Socialising anger. Fascism and emotions

Last June 22nd I participated in the Literature and Social Emotions Conference at the University of Bristol. I presented a paper titled Socialising Anger. Literary Representations of Emotional Communities under Fascism, which is a development of the research I first presented one year ago and will result in a broader scrutiny on the representation of emotions in fascism-related Italian literature. What follows is the text of the Bristol’s paper.  

1.
Italian fascism pursued strict management of public feelings. It aimed at a wide and deep control of human thoughts and experiences. That is to say, it built what William Reddy defines an ‘emotional regime’; it established a set of practices which inculcated normative emotions, like enthusiasm, exaggerated optimism, national pride. Nevertheless, the euphoric feelings displayed in public represent just one of the emotional layers of fascist Italy. Despite the appearance of unanimous acceptance, fascism largely derived consensus from violence and intimidation. As denounced by Carlo Emilio Gadda in the very first lines of his anti-fascist satire Eros e Priapo, written in 1944-1945.

Collective and individual consciousness, threatened by the knife, the truncheon, the torture; and silenced by prisons, extorsions, vetos against free expression; it was concealed in a hidden, invisible lagoon of history, beyond hate and dullness, and belonged to the refugees, the persecuted, the prisoners, the humiliated, children of deportees and executed to death.

Along with material and physical coercion, fascism caused the emotional suffering of part of the population. Gadda sketches the existence of what Reddy would call an ‘emotional refuge’, a cluster of social conditions and related practices diverging from the emotional regime.

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Windows of the soul: caricature and physiognomy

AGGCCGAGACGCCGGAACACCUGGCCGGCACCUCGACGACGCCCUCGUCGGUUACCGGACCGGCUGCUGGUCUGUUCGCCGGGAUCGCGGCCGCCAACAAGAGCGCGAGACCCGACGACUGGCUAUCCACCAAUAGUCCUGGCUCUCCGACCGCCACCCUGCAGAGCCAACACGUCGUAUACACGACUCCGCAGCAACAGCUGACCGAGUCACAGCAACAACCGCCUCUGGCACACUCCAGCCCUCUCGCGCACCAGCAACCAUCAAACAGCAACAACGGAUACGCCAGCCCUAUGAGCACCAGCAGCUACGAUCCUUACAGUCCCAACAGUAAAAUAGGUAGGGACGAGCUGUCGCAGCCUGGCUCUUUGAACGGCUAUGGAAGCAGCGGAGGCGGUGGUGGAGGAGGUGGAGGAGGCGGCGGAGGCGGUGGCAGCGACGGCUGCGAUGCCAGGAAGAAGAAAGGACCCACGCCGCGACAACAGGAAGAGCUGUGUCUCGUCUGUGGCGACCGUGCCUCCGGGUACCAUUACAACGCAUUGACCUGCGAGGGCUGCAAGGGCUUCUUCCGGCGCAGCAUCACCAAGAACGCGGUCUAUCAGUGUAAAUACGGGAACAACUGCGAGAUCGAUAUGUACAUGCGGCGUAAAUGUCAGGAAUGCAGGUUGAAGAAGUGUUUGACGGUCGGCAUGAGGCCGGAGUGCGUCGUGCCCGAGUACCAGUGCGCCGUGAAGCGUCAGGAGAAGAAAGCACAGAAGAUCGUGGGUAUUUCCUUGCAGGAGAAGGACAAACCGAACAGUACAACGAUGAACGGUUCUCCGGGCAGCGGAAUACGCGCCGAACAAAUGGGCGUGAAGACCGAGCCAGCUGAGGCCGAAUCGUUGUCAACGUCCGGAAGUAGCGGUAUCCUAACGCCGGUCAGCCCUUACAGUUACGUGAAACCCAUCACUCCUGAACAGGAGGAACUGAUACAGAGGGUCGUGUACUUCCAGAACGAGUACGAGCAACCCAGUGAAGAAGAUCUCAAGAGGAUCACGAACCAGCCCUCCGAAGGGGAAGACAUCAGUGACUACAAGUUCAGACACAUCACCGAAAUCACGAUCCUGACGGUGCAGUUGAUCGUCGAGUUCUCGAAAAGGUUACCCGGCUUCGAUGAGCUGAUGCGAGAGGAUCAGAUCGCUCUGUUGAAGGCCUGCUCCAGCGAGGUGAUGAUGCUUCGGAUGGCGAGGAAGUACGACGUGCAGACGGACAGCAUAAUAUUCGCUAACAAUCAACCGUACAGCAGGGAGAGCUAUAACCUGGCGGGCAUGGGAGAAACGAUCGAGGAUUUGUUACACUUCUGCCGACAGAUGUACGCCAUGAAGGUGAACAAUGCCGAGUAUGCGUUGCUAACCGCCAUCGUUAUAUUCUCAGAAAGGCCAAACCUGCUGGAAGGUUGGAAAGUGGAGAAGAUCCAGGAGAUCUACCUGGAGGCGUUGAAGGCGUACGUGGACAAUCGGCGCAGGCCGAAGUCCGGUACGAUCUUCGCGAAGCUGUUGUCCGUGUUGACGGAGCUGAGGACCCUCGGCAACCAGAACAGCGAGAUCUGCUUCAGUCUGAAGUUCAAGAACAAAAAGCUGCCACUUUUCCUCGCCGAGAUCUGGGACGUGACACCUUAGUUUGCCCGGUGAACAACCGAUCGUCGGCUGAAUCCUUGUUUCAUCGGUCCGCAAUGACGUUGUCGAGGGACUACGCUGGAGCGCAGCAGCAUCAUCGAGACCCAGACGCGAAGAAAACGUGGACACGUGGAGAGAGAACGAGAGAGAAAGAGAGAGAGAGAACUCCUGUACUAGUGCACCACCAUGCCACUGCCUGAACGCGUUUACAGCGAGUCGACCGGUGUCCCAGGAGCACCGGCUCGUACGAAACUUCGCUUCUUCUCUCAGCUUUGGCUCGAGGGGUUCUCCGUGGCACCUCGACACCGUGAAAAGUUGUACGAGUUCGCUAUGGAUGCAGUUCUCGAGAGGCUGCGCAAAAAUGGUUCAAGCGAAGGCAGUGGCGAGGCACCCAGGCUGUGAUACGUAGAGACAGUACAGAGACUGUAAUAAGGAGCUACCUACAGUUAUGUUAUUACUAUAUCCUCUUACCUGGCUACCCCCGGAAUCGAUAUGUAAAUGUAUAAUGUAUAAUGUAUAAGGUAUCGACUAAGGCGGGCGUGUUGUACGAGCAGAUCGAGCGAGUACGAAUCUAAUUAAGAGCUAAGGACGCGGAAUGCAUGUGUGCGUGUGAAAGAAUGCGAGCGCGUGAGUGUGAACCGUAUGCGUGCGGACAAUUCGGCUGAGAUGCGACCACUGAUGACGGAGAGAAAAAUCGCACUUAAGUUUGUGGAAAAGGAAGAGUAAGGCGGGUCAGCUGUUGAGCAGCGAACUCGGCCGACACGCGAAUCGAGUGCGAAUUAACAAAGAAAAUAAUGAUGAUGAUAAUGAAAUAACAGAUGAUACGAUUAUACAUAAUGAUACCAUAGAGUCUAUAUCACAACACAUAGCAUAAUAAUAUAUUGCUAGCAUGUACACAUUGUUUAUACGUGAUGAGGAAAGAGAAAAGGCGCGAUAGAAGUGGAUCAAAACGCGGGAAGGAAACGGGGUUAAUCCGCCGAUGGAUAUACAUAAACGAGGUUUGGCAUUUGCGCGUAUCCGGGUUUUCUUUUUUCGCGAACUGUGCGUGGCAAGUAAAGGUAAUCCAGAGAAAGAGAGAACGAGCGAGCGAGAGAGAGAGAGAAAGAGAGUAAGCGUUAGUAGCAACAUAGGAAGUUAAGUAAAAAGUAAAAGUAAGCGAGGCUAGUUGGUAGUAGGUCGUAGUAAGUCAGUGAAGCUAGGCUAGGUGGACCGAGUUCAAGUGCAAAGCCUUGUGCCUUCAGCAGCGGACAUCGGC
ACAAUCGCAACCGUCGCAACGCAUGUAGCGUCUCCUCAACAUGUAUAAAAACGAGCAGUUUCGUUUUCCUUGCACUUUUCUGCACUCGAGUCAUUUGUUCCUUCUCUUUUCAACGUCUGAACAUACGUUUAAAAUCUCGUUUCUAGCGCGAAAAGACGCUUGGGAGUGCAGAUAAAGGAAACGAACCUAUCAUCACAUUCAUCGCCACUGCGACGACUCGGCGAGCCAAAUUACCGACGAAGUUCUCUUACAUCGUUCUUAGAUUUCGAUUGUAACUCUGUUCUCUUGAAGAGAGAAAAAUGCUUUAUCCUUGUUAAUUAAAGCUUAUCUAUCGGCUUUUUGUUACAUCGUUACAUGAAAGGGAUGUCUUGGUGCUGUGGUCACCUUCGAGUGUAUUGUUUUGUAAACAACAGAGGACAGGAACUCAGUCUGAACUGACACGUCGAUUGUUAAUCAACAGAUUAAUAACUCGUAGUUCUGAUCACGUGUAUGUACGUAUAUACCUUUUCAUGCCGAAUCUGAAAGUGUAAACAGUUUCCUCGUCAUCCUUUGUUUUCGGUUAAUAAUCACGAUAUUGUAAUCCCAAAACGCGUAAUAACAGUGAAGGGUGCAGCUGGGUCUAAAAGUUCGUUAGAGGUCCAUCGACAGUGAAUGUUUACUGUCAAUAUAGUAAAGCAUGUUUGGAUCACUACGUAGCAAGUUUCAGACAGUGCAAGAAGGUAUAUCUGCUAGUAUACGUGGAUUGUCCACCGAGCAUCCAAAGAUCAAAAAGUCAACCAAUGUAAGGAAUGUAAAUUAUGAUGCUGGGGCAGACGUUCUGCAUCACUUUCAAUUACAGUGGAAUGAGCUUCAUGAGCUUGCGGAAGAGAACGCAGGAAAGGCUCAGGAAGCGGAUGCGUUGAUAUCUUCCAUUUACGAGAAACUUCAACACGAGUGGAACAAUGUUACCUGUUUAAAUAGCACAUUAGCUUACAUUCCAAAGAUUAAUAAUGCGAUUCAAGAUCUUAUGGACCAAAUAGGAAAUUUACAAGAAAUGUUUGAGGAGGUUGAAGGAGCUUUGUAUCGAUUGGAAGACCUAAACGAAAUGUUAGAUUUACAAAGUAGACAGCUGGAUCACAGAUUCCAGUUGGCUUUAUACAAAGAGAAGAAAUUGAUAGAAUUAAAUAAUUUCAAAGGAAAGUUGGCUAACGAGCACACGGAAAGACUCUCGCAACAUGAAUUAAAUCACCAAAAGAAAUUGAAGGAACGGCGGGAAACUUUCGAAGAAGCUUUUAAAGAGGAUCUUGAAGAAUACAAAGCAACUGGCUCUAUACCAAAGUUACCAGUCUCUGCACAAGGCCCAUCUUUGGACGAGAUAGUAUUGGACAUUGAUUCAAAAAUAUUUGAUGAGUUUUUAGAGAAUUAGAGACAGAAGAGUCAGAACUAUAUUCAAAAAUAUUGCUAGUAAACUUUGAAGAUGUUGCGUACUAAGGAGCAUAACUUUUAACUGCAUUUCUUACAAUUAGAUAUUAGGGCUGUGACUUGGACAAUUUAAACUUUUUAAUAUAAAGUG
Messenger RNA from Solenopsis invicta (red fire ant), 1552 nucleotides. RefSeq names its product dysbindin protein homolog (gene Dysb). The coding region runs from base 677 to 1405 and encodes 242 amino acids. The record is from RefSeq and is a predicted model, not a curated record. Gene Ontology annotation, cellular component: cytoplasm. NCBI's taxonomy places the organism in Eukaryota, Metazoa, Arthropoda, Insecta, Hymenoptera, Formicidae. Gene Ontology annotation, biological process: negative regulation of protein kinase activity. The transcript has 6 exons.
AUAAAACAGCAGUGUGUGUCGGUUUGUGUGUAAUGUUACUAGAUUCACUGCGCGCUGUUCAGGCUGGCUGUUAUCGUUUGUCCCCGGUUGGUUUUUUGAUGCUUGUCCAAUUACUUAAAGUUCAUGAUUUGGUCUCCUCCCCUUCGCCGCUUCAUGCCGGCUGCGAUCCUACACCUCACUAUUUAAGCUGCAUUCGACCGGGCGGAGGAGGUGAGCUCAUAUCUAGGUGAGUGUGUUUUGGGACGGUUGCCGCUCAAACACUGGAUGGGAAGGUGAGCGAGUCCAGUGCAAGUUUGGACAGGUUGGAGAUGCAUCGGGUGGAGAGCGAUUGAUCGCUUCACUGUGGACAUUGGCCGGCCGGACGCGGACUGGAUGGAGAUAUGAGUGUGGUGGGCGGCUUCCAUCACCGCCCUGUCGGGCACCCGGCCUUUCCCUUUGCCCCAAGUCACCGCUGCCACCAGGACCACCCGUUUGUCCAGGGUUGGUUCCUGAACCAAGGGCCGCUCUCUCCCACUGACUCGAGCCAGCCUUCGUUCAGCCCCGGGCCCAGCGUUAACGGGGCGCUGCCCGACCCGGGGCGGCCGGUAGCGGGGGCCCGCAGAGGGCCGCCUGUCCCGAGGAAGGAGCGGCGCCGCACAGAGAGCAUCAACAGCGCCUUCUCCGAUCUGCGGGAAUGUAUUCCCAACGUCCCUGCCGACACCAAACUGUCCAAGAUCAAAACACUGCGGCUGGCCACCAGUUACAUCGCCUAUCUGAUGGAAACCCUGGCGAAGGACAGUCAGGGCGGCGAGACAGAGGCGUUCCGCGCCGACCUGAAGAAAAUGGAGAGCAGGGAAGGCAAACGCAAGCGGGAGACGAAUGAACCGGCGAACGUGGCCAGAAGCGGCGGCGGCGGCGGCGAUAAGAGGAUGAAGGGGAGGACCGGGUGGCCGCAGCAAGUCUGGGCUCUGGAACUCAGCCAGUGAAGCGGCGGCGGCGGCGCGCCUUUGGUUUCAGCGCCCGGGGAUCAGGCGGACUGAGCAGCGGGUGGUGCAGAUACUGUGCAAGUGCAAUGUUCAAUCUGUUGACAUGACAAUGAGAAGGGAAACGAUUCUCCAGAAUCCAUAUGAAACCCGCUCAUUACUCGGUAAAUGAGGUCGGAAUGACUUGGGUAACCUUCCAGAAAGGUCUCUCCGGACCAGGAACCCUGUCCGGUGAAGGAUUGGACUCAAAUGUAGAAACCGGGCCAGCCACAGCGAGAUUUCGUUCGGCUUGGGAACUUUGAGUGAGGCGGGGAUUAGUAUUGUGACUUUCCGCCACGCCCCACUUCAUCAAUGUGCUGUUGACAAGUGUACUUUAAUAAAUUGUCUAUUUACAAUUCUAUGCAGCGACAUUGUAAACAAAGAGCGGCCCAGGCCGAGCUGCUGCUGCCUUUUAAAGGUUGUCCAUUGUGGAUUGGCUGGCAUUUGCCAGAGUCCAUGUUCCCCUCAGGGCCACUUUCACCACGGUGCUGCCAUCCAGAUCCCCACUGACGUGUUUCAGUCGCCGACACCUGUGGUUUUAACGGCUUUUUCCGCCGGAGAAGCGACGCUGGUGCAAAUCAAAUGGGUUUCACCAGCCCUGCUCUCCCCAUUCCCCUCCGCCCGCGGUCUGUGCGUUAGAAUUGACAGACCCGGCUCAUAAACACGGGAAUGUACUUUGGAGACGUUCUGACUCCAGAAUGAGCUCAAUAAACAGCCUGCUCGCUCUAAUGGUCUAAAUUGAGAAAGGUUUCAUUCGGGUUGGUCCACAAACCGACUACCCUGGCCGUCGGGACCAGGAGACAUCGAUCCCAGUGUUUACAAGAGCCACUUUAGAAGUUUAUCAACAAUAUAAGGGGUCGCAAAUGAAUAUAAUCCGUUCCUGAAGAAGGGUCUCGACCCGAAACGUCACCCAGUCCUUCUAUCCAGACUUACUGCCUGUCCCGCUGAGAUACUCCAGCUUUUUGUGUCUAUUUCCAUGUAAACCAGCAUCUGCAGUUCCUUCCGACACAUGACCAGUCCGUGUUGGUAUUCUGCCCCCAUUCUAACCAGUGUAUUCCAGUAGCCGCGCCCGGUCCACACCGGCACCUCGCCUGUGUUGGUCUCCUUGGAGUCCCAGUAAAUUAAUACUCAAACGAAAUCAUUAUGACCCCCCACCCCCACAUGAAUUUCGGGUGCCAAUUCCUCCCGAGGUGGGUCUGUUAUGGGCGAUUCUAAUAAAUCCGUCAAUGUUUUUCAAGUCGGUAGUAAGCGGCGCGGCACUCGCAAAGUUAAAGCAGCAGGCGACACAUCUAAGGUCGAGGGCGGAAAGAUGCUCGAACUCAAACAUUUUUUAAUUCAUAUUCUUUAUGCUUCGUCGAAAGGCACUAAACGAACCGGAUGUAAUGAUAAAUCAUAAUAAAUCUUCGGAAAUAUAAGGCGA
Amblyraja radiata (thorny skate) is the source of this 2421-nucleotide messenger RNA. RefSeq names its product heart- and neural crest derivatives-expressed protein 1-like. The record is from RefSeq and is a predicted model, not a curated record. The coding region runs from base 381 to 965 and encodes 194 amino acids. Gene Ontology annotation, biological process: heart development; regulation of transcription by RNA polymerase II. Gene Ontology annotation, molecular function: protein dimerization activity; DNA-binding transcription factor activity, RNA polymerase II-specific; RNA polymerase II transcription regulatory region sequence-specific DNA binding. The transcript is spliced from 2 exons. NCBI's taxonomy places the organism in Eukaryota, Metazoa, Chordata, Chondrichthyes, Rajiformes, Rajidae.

Wednesday 28 February I was at Warwick University as an invited speaker within the research seminar series of the School of Modern Languages and Cultures. I publish here an excerpt of my talk, summarising the main point I tried to make and discussing some example of literary caricatures. Here the uncut version. 

With this talk, I aim at clarifying the mutual enhancement of caricature and physiognomy. As Martin Porter puts it, physiognomy is a form of “natural magic”, a language in which all aspects of human appearance are natural “windows of the soul”. Physiognomy is assessed as “magic” and archaeological knowledge for the modern epistemology deprived it of recognised scientific reliability. Still, it has been a long-standing and pervading presence in Western Culture. Over time, it has registered the multiple and diverse attempts to connect what is visible of the human body to what is invisible and concerns the soul and the mind; to establish a relationship between the outside and the inside; to find homologies between superficial lines and deep forces, physical outlines and moral attitudes.

Lithographic drawings illustrative of the relation between the human physiognomy and that of the brute creation / From designs by Charles Le Brun. Wellcome Collection.

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